Social Media and Citizen Witnessing

Citizen journalists are ‘amateur media producers’ that ‘typically have little or no training of professional qualifications as journalists, they write and report from their positions as citizens, as members of the community, as activists, as fans’ (Atton, 2009, p. 265). This is the phenomenon of ‘democratizing journalism’ (Meijer, 2010, p. 327)whereby traditional news coverage with its ‘he said, she said formulaic appeals to objectivity to dry, distancing lecture-type mode of address is looking increasingly anachronistic’(Allen, 2013, p. 65)in comparison to ‘raw, immediate and independent’ (Allen, 2013, p. 65)user generated content.

Citizen journalism has ‘inspired a language of democratisation’, it is ‘journalism by the people, for the people’ (Allen, 2013, p. 65). This shift in ‘bottom-up journalism’, rather than ‘top-down’ (Allen, 2013, p. 64)lends the user generated content, which is gradually seeping into professional news coverage, a certain authenticity as members of the public trust the veracity of their fellow citizens.

One example of the proliferation of citizen journalism, where technology has ‘played an important role as disruptor and enabler’ (Bruns & Highfield, 2015, p. 1)of user generated content, is blogging, which ‘combines the individual approach often found in fanzines with the social responsibility of local alternative journalism’ (Atton, 2009, p. 271). Common types of citizen journalism involving blogs are ‘amateur investigative journalism’ and ‘eyewitness reporting’ (Atton, 2009, p. 271). This type of citizen journalism though which, ultimately is hosted online and published to a global audience, brings into question the distinction between professional and citizen journalism. ‘The blog has become an alternative and a mainstream practice’(Atton, 2009, p. 272), utilised by amateurs and professionals alike. So, what is the distinction? Citizen journalists may be ‘cheap and popular’, but ‘in a world where facts matter, ethical codes warrant respect and audience trust is paramount’ (Allen, 2013, p. 65), some argue that ‘where public opinion is at stake and effecting change is concerned’, the role of the news media is ‘brought to light’ (Allen, 2013, p. 70).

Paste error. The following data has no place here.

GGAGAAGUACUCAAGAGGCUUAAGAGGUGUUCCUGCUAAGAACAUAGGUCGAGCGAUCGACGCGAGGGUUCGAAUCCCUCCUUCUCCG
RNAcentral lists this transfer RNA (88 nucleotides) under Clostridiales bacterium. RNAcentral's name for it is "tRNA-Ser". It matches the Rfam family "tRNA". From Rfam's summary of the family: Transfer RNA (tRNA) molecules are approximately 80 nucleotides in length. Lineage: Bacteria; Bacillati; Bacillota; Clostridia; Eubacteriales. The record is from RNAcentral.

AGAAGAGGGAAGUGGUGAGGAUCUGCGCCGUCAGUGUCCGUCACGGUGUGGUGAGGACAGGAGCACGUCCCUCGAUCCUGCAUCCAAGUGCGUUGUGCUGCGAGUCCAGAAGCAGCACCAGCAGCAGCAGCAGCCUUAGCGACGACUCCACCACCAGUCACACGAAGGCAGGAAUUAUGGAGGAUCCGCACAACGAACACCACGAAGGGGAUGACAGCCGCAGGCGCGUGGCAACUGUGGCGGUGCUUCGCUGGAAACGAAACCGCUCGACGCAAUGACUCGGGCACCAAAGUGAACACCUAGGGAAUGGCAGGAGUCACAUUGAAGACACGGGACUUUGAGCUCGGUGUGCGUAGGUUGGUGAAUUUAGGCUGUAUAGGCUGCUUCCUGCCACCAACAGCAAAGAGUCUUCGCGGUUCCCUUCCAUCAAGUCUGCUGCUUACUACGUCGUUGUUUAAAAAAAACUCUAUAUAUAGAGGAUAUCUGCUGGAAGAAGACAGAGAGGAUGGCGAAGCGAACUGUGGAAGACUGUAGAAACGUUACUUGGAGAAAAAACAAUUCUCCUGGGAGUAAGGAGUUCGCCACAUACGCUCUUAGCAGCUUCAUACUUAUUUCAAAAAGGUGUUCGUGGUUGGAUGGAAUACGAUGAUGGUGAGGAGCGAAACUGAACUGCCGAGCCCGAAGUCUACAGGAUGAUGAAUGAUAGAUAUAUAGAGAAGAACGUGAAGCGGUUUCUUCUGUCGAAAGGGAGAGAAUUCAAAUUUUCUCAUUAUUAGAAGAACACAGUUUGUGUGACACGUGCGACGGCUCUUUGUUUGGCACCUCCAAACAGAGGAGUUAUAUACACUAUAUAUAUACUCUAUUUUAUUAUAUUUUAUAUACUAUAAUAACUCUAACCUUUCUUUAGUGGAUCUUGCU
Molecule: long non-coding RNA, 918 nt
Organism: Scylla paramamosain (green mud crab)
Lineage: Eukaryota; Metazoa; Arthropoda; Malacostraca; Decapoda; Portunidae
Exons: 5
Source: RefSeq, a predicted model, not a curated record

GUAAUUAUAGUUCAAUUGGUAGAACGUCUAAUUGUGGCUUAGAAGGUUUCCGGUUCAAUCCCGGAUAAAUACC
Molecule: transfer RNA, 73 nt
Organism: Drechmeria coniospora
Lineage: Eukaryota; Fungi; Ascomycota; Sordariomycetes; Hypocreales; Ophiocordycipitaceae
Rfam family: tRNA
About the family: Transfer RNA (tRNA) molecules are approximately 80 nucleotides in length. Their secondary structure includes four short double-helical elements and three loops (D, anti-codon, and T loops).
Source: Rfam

However, the belief that citizen journalism is ‘raw’ and ‘independent’ (Allen, 2013, p. 65)rather relies on said citizens being totally objective. Journalists, in their roles as ‘arbiters of the truth’ (Robinson, 2018, p. 20), have a responsibility to ‘find out what has happened and to tell it with precision and clarity’ (Ward, 2005). Citizen journalists, though, do not. Despite this, ordinary people still have political allegiances, they may still hold outlandish or extremist views. They may intentionally capture news which helps to reflect their personal or political proclivities. As a result, the issue of trust emerges once more. 


Allen, S., 2013. Citizen Witnessing : Revisioning Journalism in Times of Crisis. 1st ed. Cambridge: Polity Press.

Atton, C., 2009. Alternative and Citizen Journalism. In: K. Wahl-Jorgensen & H. Thomas, eds. The Handbook of Journalism Studies. London: Routledge, pp. 265-278.

Bruns, A. & Highfield, T., 2015. Blogs, Twitter, and breaking news: The produsage of citizen journalism. In: R. A. Lind, ed. The produsage of citizen journalism. In Lind, R A (Ed.) Produsing Theory in a Digital World: The Intersection of Audiences and Production in Contemporary Theory. Bern: Peter Lang International Academic Publishers, p. 1.

Meijer, I. C., 2010. DEMOCRATIZING JOURNALISM? Realizing the citizen’s agenda for local news media. Journalism Studies, XI(3), pp. 327-342.

Robinson, N., 2018. Press Freedom; Press Responsibility. In: C. Foster-Gilbert, ed. The Power of Journalists. London: Haus Publishing, pp. 15-28.

Ward, S. J. A., 2005. Philosophical Foundations for Global Journalism Ethics. Journal of Mass Media Ethics, XX(1), pp. 3-21.

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